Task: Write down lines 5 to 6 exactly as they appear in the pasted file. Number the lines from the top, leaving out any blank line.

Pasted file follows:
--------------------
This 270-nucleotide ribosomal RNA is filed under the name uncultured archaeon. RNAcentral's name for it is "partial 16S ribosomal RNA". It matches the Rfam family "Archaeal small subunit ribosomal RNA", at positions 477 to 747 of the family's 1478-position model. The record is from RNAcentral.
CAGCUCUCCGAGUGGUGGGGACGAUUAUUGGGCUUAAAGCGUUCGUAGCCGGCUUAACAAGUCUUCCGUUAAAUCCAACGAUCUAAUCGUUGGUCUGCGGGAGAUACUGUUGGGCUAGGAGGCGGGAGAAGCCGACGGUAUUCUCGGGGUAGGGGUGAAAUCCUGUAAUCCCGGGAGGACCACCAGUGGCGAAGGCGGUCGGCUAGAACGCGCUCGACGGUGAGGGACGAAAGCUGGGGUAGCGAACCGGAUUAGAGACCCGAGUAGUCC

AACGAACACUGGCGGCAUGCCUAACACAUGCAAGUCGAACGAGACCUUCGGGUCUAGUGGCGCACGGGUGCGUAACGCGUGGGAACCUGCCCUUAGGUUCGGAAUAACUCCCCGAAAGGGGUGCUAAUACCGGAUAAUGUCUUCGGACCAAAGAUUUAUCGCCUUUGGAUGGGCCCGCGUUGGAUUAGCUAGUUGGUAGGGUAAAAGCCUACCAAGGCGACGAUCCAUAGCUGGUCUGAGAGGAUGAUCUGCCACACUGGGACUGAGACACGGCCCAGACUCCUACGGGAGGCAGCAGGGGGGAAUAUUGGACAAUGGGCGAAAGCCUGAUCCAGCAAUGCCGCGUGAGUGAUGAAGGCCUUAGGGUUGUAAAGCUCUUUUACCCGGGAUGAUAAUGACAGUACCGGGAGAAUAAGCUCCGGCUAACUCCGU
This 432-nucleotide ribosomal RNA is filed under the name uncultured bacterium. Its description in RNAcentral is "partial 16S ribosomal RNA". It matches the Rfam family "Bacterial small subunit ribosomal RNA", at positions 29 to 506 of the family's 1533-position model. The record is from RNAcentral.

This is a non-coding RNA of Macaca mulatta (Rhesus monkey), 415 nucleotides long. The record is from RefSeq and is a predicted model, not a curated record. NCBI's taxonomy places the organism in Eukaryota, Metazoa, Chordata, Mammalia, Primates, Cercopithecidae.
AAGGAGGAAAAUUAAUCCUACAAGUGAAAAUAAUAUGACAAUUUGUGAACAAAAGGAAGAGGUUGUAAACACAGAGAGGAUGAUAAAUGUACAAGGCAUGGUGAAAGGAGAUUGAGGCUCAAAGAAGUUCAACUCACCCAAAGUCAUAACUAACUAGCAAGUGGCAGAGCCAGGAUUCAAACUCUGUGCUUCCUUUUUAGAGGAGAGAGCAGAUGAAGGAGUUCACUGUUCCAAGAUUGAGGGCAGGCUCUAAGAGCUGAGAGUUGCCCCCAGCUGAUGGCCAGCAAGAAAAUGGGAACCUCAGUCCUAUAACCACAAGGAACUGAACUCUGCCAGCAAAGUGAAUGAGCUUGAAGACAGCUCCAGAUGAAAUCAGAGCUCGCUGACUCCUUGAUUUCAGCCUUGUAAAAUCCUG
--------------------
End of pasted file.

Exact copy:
This is a non-coding RNA of Macaca mulatta (Rhesus monkey), 415 nucleotides long. The record is from RefSeq and is a predicted model, not a curated record. NCBI's taxonomy places the organism in Eukaryota, Metazoa, Chordata, Mammalia, Primates, Cercopithecidae.
AAGGAGGAAAAUUAAUCCUACAAGUGAAAAUAAUAUGACAAUUUGUGAACAAAAGGAAGAGGUUGUAAACACAGAGAGGAUGAUAAAUGUACAAGGCAUGGUGAAAGGAGAUUGAGGCUCAAAGAAGUUCAACUCACCCAAAGUCAUAACUAACUAGCAAGUGGCAGAGCCAGGAUUCAAACUCUGUGCUUCCUUUUUAGAGGAGAGAGCAGAUGAAGGAGUUCACUGUUCCAAGAUUGAGGGCAGGCUCUAAGAGCUGAGAGUUGCCCCCAGCUGAUGGCCAGCAAGAAAAUGGGAACCUCAGUCCUAUAACCACAAGGAACUGAACUCUGCCAGCAAAGUGAAUGAGCUUGAAGACAGCUCCAGAUGAAAUCAGAGCUCGCUGACUCCUUGAUUUCAGCCUUGUAAAAUCCUG